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Description: I have posted previously about the non-obvious ways in which the social isolation imposed upon us by the Coronavirus pandemic have added to our levels of stress and anxiety. However, my focus in those posts was on the atypical or unnatural nature of alternative forms of social engagement such as video conferencing using Zoom. What I had not considered was the possibility that social isolation, in and of itself, could have an impact upon our social orientations and wellbeing. So, what sorts of things have you run across or can hypothesis as possible impacts of social isolation with people who spend long periods of time in solitary confinement, serving remotely (as in Antarctica), or on distant military deployment? Turns out there has been quite a bit of Psychological research into such things so, collect your recollections and hypotheses and then read the article linked below (related research links are  further down in the References section) to see what research into such experiences might be suggesting about outr current circumstances.

Source: We’re All Socially Awkward Now. Kate Murphy, New Analysis, The New York Times.

Date: September 1, 2020

Photo Credit:  Image by NinzDrawing from Pixabay

Article Link: https://www.nytimes.com/2020/09/01/sunday-review/coronavirus-socially-awkward.html

Perhaps you have heard accounts of released prisoners who, after a short period of time “out in the world” re-offend so they can return to prison or soldiers who opt for re-deployment shortly after returning home from a live-fire setting. Explanations typically involve focusing on poverty and lack of coping skills among released prisoners and a desire for the adrenaline rushes associated with live-fire situations among some soldiers. However, while such things may be contributing factors it is worth seriously an additional possible factor of social isolation and its effects on us given our basic social nature. Particularly in western cultures where we have focused heavily upon individual factors and experiences it can be difficult for us to properly attend to things that may well reflect social rather than individualistic aspects of ourselves. In some ways we are inherently social, and, in those areas, we can see negative impacts of social isolation. No, our Covid-19 related social limitations are NOT the same as the solitary confinement of prisoners but there may be similar systems effected by both experiences. Perhaps thinking about the status of your social links when reflecting on your subjective wellbeing would be both instructive and helpful.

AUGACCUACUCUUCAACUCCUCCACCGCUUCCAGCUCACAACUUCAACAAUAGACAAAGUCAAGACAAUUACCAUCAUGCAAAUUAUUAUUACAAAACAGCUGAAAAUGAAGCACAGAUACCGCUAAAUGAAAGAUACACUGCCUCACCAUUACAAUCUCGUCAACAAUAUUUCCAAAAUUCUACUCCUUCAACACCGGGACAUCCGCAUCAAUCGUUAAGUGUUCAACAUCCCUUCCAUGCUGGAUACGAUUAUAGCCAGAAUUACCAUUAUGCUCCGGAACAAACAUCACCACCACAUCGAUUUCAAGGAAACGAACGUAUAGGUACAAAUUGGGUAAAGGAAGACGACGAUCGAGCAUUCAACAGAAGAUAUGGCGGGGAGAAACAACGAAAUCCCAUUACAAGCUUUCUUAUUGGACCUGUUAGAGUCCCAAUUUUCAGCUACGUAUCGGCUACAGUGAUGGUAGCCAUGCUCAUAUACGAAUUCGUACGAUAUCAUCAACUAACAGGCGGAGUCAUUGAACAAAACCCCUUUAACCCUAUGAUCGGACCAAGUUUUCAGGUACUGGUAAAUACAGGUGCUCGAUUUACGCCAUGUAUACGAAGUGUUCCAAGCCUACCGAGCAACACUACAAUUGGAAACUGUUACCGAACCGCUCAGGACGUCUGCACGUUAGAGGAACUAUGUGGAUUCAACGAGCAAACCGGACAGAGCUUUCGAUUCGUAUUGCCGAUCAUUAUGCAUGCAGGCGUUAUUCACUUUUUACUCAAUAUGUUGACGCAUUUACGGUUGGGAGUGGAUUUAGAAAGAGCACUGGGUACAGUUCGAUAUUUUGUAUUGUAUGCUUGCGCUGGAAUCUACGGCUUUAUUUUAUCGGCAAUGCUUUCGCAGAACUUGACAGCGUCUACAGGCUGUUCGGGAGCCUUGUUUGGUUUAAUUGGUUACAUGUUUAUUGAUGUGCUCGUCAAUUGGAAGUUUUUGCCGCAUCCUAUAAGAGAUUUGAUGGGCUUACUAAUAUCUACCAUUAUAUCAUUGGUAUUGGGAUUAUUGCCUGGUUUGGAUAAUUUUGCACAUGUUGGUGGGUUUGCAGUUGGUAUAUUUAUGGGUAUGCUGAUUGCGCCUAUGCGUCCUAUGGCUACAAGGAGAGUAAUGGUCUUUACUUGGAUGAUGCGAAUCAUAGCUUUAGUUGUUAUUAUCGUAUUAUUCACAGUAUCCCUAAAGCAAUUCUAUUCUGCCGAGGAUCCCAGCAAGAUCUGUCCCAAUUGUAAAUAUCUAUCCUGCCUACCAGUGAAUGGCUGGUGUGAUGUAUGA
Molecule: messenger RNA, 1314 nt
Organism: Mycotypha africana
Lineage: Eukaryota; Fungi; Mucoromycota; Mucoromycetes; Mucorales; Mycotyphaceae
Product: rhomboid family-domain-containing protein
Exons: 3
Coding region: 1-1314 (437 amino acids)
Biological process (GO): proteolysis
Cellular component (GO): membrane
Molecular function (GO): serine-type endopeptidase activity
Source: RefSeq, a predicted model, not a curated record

Questions for Discussion:

  1. What sorts of experiences, other than Covid-19 related lock-downs, involve potentially significant experiences of social isolation?
  2. What are some things that we could do to make returning home or to the outside world easier and more positive for soldiers coming of deployment or prisoners being released from custody?
  3. What sorts of things might we suggest that people think about or do in order to note and mitigate potential effects of Covid-19 related social isolation?

References (Read Further):

Haney, Craig. “Restricting the use of solitary confinement.” Annual Review of Criminology 1 (2018): 285-310. Link

Haney, C. (2018). The psychological effects of solitary confinement: A systematic critique. Crime and Justice, 47(1), 365-416. Link

Hodgetts, D. J., Stolte, O., Chamberlain, K., Radley, A., Groot, S., & Nikora, L. W. (2010). The mobile hermit and the city: Considering links between places, objects, and identities in social psychological research on homelessness. British Journal of Social Psychology, 49(2), 285-303. Link

Hawkley, L. C., & Capitanio, J. P. (2015). Perceived social isolation, evolutionary fitness and health outcomes: a lifespan approach. Philosophical Transactions of the Royal Society B: Biological Sciences, 370(1669), 20140114. Link

Nikolskiy, P., & Pitulko, V. (2013). Evidence from the Yana Palaeolithic site, Arctic Siberia, yields clues to the riddle of mammoth hunting. Journal of Archaeological Science, 40(12), 4189-4197. Link

Stickley, A., & Koyanagi, A. (2018). Physical multimorbidity and loneliness: A population-based study. PloS one, 13(1), e0191651. Link

Haney, C. (2020). The Science of Solitary: Expanding the Harmfulness Narrative. Northwestern University Law Review, 115(1), 211-256. Link

Hawkley, L. C., Cole, S. W., Capitanio, J. P., Norman, G. J., & Cacioppo, J. T. (2012). Effects of social isolation on glucocorticoid regulation in social mammals. Hormones and behavior, 62(3), 314-323. Link

Singer, C. (2018). Health effects of social isolation and loneliness. Journal of Aging Life Care, 28(1), 4-8. Link

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